Molecular mechanism of GPCR-mediated arrestin activation
2018; 557 (7705): 452-+
Despite intense interest in discovering drugs that cause G-protein-coupled receptors (GPCRs) to selectively stimulate or block arrestin signalling, the structural mechanism of receptor-mediated arrestin activation remains unclear1,2. Here we reveal this mechanism through extensive atomic-level simulations of arrestin. We find that the receptor's transmembrane core and cytoplasmic tail-which bind distinct surfaces on arrestin-can each independently stimulate arrestin activation. We confirm this unanticipated role of the receptor core, and the allosteric coupling between these distant surfaces of arrestin, using site-directed fluorescence spectroscopy. The effect of the receptor core on arrestin conformation is mediated primarily by interactions of the intracellular loops of the receptor with the arrestin body, rather than the marked finger-loop rearrangement that is observed upon receptor binding. In the absence of a receptor, arrestin frequently adopts active conformations when its own C-terminal tail is disengaged, which may explain why certain arrestins remain active long after receptor dissociation. Our results, which suggest that diverse receptor binding modes can activate arrestin, provide a structural foundation for the design of functionally selective ('biased') GPCR-targeted ligands with desired effects on arrestin signalling.
View details for PubMedID 29720655
From cacti to carnivores: Improved phylotranscriptomic sampling and hierarchical homology inference provide further insight into the evolution of Caryophyllales
AMERICAN JOURNAL OF BOTANY
2018; 105 (3): 446–62
The Caryophyllales contain ~12,500 species and are known for their cosmopolitan distribution, convergence of trait evolution, and extreme adaptations. Some relationships within the Caryophyllales, like those of many large plant clades, remain unclear, and phylogenetic studies often recover alternative hypotheses. We explore the utility of broad and dense transcriptome sampling across the order for resolving evolutionary relationships in Caryophyllales.We generated 84 transcriptomes and combined these with 224 publicly available transcriptomes to perform a phylogenomic analysis of Caryophyllales. To overcome the computational challenge of ortholog detection in such a large data set, we developed an approach for clustering gene families that allowed us to analyze >300 transcriptomes and genomes. We then inferred the species relationships using multiple methods and performed gene-tree conflict analyses.Our phylogenetic analyses resolved many clades with strong support, but also showed significant gene-tree discordance. This discordance is not only a common feature of phylogenomic studies, but also represents an opportunity to understand processes that have structured phylogenies. We also found taxon sampling influences species-tree inference, highlighting the importance of more focused studies with additional taxon sampling.Transcriptomes are useful both for species-tree inference and for uncovering evolutionary complexity within lineages. Through analyses of gene-tree conflict and multiple methods of species-tree inference, we demonstrate that phylogenomic data can provide unparalleled insight into the evolutionary history of Caryophyllales. We also discuss a method for overcoming computational challenges associated with homolog clustering in large data sets.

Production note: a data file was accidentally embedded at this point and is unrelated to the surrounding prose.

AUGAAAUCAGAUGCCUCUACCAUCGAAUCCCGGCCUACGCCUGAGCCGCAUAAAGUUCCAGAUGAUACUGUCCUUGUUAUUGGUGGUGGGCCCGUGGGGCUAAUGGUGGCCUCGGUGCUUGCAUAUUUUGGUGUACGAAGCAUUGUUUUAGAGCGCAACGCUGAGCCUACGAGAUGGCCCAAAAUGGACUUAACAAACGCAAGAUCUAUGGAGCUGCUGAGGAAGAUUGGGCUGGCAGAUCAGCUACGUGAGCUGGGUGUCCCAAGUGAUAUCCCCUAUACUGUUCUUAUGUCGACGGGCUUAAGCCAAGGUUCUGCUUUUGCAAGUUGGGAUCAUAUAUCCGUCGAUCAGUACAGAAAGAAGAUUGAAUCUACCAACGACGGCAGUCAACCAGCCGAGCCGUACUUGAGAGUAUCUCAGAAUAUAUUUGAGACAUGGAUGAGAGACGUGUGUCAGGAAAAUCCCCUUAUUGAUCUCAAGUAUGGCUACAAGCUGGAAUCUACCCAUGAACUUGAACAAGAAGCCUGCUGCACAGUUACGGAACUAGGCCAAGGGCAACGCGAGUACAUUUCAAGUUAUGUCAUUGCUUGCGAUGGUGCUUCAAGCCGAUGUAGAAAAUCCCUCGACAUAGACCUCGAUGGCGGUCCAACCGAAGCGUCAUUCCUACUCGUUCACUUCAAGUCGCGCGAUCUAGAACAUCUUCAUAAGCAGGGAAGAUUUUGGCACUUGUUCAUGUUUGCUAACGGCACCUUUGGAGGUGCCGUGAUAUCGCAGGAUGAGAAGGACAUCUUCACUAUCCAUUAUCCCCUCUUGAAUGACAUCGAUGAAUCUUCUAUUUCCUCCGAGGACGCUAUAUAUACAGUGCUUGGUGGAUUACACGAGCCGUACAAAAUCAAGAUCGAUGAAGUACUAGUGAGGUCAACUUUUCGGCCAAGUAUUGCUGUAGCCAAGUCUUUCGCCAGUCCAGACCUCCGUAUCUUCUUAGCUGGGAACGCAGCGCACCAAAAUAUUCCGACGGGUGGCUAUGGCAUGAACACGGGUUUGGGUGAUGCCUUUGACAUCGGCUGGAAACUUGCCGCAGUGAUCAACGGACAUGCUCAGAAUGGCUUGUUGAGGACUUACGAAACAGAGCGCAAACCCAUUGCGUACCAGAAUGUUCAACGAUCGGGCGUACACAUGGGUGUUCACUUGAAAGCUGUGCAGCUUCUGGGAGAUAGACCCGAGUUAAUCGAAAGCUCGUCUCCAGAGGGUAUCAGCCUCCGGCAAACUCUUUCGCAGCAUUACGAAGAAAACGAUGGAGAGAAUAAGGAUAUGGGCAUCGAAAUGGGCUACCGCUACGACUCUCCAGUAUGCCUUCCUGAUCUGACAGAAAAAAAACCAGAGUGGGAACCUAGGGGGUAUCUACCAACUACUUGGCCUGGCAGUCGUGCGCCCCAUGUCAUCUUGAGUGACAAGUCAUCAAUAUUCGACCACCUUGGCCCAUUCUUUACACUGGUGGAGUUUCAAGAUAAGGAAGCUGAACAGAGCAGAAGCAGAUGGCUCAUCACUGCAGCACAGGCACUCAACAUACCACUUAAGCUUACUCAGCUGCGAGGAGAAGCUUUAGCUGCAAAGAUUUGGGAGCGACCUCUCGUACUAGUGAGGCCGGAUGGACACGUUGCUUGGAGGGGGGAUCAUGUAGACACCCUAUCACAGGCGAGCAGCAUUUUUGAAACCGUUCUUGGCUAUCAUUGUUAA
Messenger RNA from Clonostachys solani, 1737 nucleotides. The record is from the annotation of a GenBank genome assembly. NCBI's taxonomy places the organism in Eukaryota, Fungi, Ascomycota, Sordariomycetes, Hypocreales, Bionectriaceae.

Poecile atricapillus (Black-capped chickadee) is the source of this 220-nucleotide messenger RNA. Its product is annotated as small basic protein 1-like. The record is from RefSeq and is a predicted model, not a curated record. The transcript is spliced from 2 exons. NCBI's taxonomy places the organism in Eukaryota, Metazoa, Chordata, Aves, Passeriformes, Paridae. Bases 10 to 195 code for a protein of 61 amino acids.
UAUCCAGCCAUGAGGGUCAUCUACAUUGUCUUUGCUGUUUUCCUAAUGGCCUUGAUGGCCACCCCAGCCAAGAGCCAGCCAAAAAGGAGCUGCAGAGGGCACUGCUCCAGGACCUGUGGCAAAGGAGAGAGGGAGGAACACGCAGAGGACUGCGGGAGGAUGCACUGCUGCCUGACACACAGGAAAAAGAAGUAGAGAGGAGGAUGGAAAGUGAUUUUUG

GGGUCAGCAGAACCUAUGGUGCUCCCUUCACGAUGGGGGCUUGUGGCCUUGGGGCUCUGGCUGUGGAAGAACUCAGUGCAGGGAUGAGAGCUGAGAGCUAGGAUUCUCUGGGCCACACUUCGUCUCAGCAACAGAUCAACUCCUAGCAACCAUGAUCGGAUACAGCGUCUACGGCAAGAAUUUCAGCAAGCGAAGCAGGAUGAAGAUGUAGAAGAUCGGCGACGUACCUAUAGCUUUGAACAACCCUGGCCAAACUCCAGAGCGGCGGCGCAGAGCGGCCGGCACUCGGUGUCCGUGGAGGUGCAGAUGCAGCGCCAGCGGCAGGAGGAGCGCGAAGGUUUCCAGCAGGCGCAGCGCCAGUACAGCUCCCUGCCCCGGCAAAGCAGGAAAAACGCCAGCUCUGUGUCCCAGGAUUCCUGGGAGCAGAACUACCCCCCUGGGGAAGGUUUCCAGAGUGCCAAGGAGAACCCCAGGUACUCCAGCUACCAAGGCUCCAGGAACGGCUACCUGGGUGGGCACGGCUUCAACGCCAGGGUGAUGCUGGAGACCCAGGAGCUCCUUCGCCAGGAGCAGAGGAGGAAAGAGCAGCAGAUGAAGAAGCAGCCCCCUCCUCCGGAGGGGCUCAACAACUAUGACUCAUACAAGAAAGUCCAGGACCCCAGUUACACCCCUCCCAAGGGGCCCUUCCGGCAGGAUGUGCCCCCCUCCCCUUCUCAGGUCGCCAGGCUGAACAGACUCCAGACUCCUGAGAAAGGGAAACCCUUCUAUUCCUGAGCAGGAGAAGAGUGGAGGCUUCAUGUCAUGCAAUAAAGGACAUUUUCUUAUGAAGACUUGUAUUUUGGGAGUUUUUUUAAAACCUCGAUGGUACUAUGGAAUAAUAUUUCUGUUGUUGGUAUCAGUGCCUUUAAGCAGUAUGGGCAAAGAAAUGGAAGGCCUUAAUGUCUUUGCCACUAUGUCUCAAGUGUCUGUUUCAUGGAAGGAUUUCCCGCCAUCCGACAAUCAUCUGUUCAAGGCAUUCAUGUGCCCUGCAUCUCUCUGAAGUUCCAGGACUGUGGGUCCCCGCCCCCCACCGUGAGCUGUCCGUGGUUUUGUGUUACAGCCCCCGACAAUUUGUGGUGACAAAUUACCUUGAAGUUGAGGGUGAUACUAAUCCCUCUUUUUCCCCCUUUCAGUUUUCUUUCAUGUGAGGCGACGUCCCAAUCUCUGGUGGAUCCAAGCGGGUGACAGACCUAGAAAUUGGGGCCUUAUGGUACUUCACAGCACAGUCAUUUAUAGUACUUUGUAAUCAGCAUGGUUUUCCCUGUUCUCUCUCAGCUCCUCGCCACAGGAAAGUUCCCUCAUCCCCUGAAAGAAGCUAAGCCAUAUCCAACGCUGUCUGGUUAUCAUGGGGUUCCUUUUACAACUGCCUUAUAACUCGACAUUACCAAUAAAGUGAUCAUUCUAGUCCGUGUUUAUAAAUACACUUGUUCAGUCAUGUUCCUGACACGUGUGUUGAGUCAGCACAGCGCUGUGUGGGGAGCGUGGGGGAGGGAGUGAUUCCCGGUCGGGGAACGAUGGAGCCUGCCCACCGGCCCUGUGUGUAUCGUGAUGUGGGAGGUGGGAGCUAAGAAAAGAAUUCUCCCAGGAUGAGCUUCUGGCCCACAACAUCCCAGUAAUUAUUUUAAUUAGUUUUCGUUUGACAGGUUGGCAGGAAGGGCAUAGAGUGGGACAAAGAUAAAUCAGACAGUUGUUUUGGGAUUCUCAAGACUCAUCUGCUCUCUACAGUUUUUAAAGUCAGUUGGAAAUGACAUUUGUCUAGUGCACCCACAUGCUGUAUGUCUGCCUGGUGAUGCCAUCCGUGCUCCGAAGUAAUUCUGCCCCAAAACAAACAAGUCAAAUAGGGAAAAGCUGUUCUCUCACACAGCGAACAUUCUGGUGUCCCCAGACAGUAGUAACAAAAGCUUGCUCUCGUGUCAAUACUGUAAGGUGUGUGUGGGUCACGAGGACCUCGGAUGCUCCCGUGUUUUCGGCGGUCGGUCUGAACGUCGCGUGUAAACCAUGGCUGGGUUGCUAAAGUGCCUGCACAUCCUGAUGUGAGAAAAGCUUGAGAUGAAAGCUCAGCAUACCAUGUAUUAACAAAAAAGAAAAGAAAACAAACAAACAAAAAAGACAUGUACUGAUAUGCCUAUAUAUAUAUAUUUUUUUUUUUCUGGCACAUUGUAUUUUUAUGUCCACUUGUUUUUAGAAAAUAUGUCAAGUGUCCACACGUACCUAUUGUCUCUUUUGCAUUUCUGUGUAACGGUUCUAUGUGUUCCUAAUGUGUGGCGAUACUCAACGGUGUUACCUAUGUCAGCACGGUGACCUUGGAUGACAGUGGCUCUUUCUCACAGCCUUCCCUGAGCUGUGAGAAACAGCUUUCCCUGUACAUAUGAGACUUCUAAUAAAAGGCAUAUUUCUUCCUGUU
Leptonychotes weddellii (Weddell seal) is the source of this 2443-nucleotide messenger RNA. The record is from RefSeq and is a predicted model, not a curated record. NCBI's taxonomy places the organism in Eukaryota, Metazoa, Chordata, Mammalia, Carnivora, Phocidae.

View details for PubMedID 29738076
- Drawing DNA Sequences Networks Electronic Thesis or Dissertation. 2016 1–21
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